If we only consider cash transfers, these reached a planned level of 1.55 billion people, 1.1 of which are actually reached (or 14% of the global population). When taking into account all social assistance, horizontal coverage would include a planned level of 1.82 billion people. Out of these, the estimated actual beneficiaries, or those effectively reached as of December 11, are 1.28 billion people or 16% of the world’s population.



Which countries show highest coverage? We set out the top-10 countries by coverage rates (% of population) and numbers (million people). With regards to the former, top 6 countries include those that opted for a universal cash transfer (the seventh, Guyana, is planned), followed by large-scale programs in the Philippines, Dominican Republic, United States and Pakistan. In terms of million people, the United States one-off transfer of $1,200 benefited 156 million people, followed by Japan’s universal program (117 million) and Pakistan’s Ehsaas scheme (95 million). Brazil, China, Korea, Indonesia, Myanmar and Russia also present significant coverage, including between 68 and 23 million people.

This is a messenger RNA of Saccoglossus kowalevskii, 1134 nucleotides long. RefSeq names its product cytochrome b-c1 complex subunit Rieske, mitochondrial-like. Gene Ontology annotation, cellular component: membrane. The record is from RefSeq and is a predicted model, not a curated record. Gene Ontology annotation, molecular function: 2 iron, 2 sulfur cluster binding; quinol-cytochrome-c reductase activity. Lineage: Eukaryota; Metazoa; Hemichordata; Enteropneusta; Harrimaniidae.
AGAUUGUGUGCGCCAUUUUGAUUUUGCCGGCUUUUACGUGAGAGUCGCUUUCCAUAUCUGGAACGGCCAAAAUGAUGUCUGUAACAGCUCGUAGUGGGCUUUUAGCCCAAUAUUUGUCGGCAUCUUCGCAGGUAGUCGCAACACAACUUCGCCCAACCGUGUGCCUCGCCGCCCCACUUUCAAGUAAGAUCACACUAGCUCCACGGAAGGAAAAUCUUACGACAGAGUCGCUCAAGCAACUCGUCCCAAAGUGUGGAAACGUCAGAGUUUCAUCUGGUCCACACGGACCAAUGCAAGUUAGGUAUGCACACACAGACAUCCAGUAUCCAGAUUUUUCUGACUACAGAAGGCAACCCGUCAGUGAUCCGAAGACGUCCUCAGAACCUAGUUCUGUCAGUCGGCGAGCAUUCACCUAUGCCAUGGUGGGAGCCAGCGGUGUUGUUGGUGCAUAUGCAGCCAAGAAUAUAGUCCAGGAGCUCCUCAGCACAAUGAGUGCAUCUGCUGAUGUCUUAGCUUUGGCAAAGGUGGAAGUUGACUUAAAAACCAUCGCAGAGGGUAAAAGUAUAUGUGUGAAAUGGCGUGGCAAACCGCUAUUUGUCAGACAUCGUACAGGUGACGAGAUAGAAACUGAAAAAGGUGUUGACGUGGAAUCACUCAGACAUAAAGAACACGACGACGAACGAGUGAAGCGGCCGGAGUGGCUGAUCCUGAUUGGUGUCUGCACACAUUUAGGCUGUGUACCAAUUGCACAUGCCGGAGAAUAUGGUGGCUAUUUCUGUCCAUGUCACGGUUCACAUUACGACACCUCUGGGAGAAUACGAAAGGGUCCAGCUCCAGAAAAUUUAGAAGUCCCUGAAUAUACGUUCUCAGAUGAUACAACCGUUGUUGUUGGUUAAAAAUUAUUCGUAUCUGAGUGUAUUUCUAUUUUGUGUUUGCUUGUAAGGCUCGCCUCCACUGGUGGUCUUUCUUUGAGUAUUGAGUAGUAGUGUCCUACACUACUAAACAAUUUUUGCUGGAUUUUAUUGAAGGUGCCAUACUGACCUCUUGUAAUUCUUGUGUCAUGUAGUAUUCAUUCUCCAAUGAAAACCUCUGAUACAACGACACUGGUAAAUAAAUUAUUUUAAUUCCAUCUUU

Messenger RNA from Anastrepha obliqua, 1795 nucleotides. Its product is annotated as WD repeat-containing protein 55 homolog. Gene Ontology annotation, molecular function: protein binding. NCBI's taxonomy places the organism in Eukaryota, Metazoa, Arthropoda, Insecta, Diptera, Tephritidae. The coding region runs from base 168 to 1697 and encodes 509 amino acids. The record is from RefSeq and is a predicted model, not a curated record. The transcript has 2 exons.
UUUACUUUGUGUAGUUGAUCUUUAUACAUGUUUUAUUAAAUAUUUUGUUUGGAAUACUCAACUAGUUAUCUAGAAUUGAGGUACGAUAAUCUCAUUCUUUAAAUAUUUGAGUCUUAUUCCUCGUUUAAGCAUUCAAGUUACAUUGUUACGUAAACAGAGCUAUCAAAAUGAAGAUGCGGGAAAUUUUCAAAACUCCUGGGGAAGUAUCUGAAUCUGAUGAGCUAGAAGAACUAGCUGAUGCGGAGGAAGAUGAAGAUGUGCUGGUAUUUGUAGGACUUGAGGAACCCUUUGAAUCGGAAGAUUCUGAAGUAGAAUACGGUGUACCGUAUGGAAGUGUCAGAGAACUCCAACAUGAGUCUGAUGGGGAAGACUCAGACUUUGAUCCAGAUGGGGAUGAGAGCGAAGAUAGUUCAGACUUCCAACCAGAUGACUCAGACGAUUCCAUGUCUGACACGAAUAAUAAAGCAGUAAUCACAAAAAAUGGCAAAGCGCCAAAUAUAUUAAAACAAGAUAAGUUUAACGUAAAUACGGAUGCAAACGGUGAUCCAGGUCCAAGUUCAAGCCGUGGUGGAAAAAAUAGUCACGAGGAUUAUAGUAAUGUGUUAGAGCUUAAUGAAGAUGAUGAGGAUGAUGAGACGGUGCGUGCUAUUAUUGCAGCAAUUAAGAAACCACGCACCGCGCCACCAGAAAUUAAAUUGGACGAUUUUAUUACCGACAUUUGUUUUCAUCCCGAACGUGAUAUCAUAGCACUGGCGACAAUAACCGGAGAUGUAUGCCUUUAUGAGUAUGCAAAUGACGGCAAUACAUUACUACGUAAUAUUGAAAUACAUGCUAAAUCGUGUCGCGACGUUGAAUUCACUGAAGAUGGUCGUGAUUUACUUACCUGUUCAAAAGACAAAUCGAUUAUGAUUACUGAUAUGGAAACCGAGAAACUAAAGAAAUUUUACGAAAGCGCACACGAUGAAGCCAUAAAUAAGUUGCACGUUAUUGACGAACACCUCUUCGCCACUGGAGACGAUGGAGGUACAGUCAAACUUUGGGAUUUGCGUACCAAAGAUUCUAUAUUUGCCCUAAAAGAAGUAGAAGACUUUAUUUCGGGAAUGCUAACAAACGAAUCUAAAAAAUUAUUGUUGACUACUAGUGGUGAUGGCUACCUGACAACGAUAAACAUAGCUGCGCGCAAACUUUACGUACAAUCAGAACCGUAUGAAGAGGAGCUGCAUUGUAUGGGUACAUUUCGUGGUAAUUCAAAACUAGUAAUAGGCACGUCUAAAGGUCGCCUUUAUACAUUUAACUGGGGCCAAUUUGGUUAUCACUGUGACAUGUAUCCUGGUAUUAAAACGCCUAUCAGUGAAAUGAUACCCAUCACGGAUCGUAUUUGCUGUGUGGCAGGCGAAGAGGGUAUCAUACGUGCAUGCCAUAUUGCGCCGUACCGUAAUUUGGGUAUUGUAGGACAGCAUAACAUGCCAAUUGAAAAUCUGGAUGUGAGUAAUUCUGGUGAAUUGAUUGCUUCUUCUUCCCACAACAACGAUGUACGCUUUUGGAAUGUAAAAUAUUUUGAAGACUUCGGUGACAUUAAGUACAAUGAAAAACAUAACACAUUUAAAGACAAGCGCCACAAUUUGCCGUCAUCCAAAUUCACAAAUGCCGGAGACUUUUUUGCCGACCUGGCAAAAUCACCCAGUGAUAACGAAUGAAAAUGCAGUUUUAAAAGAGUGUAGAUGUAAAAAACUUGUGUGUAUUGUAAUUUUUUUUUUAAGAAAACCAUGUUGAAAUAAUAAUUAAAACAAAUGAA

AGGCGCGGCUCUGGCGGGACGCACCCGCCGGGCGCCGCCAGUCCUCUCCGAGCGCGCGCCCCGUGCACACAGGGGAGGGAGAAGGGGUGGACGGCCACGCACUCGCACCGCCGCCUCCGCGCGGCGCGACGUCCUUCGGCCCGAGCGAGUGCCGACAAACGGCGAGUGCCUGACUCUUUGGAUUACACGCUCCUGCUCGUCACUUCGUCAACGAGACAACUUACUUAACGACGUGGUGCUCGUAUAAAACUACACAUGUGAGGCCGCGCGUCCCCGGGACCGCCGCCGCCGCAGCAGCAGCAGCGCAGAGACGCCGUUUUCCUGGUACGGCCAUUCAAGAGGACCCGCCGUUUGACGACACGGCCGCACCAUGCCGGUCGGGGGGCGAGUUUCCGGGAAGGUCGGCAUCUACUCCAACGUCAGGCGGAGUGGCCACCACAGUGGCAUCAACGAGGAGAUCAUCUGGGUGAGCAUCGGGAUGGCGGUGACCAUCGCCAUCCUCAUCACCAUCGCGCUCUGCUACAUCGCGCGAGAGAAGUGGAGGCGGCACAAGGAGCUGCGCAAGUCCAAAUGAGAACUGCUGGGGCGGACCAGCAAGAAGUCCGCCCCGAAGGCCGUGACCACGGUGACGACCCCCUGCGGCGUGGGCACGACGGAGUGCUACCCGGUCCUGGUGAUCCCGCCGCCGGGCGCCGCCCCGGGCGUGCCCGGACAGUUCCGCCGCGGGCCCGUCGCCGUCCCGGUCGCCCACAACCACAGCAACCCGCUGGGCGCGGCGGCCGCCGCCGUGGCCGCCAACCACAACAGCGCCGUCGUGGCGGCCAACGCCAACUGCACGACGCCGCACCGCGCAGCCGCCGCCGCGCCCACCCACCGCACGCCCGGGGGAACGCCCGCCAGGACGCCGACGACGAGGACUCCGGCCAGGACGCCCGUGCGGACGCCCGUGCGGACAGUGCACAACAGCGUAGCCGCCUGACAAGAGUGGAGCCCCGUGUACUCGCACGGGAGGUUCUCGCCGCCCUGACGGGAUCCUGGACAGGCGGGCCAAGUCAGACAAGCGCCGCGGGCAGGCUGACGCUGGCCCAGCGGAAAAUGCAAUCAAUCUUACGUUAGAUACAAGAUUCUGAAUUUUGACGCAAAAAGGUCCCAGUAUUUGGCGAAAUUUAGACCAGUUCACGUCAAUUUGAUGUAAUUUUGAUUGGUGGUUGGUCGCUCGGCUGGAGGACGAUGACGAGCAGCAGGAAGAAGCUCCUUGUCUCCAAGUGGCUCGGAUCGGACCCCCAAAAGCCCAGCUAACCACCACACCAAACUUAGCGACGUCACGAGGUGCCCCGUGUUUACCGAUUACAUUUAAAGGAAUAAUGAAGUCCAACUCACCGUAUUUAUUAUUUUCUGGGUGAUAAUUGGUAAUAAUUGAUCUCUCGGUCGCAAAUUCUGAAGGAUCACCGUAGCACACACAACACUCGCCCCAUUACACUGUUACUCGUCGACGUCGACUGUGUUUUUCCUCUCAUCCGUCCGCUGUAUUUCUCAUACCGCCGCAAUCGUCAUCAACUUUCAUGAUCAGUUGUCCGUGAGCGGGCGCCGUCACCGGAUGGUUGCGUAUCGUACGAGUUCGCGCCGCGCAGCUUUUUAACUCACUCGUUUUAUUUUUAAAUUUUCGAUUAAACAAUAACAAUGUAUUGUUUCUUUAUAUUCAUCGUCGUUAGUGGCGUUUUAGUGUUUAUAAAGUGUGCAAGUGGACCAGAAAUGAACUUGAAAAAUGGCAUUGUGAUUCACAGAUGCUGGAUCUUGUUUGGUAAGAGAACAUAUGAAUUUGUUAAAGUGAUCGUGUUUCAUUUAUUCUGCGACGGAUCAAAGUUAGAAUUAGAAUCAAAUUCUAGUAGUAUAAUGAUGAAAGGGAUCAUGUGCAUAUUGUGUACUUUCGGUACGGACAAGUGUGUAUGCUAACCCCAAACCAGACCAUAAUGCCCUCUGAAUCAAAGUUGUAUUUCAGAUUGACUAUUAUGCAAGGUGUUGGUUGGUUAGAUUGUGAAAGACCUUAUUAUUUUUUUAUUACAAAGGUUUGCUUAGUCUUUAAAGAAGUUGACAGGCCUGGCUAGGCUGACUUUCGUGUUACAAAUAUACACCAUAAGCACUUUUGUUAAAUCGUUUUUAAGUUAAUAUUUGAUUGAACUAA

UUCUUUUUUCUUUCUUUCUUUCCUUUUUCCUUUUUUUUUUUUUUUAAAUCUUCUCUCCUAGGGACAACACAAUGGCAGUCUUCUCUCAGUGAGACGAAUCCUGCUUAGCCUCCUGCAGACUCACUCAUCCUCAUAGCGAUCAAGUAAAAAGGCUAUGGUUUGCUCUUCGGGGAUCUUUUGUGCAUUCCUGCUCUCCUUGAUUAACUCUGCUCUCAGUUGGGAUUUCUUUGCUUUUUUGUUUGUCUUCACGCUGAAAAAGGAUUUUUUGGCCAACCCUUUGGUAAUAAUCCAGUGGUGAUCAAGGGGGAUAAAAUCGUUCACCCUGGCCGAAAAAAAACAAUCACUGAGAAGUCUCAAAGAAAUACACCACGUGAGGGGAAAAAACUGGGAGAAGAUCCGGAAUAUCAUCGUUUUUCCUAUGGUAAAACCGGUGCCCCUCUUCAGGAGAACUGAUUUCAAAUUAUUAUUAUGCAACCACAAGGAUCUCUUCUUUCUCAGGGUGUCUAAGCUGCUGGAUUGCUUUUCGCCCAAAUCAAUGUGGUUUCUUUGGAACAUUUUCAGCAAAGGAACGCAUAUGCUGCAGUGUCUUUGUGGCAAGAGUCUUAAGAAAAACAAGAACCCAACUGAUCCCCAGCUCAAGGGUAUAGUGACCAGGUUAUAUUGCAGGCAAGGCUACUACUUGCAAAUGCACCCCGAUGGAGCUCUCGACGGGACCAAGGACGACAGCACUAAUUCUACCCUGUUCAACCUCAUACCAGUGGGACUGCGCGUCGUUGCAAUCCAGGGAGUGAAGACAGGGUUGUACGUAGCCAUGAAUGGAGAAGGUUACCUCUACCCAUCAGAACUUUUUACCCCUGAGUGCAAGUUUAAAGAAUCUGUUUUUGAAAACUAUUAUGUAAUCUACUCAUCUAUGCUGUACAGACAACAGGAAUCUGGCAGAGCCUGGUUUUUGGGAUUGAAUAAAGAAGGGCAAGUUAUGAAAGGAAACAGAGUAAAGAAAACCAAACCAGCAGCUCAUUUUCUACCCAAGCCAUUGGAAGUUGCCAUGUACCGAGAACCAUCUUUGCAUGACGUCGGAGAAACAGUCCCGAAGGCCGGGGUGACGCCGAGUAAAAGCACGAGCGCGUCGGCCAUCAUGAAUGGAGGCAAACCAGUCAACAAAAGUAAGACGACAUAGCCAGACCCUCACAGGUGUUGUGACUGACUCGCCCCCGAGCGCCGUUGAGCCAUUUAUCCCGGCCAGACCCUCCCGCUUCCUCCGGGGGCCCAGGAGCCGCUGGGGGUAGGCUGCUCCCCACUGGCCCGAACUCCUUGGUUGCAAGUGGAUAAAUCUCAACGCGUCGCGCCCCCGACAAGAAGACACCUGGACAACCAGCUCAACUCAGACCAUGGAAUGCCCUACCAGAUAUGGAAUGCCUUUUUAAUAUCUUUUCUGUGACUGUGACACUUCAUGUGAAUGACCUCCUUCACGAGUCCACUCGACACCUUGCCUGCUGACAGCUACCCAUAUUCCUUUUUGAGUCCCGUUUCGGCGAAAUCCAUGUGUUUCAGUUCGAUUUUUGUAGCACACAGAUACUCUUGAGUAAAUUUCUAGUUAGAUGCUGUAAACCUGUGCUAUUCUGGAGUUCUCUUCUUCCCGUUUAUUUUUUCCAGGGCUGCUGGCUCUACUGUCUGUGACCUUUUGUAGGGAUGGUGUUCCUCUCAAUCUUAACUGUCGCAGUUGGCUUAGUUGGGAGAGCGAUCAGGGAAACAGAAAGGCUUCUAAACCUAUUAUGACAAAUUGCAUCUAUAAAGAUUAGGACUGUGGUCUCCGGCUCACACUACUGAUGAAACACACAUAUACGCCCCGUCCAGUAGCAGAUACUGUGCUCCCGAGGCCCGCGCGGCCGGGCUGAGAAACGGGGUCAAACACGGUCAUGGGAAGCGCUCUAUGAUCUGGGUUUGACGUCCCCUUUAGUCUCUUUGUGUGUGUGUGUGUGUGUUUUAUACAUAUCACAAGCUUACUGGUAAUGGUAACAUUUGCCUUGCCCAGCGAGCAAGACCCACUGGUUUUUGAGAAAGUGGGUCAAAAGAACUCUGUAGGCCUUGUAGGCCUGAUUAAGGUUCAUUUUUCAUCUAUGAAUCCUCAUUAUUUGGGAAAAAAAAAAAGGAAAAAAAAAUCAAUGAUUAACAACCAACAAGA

How large or generous are the transfers provided? On average, cash transfers represent 32% of monthly GDP percapita, a level that varies between 26% in upper middle-income countries to 86% in low income settings. For 23 countries it was possible to estimate the relative increase in transfer generosity relative to pre-Covid levels. Results show that on average, cash transfer benefits nearly doubled or soared by 95%. Such increases range from 400% in Mongolia to 18% in Moldova. Based on pre-Covid household survey data, it was possible to also undertake an analysis of coverage increase since the pandemic. Excluding 13 cases with four-digit coverage rate increases (i.e., due to countries’ very low coverage levels to start with), the average increase in coverage was about 240%.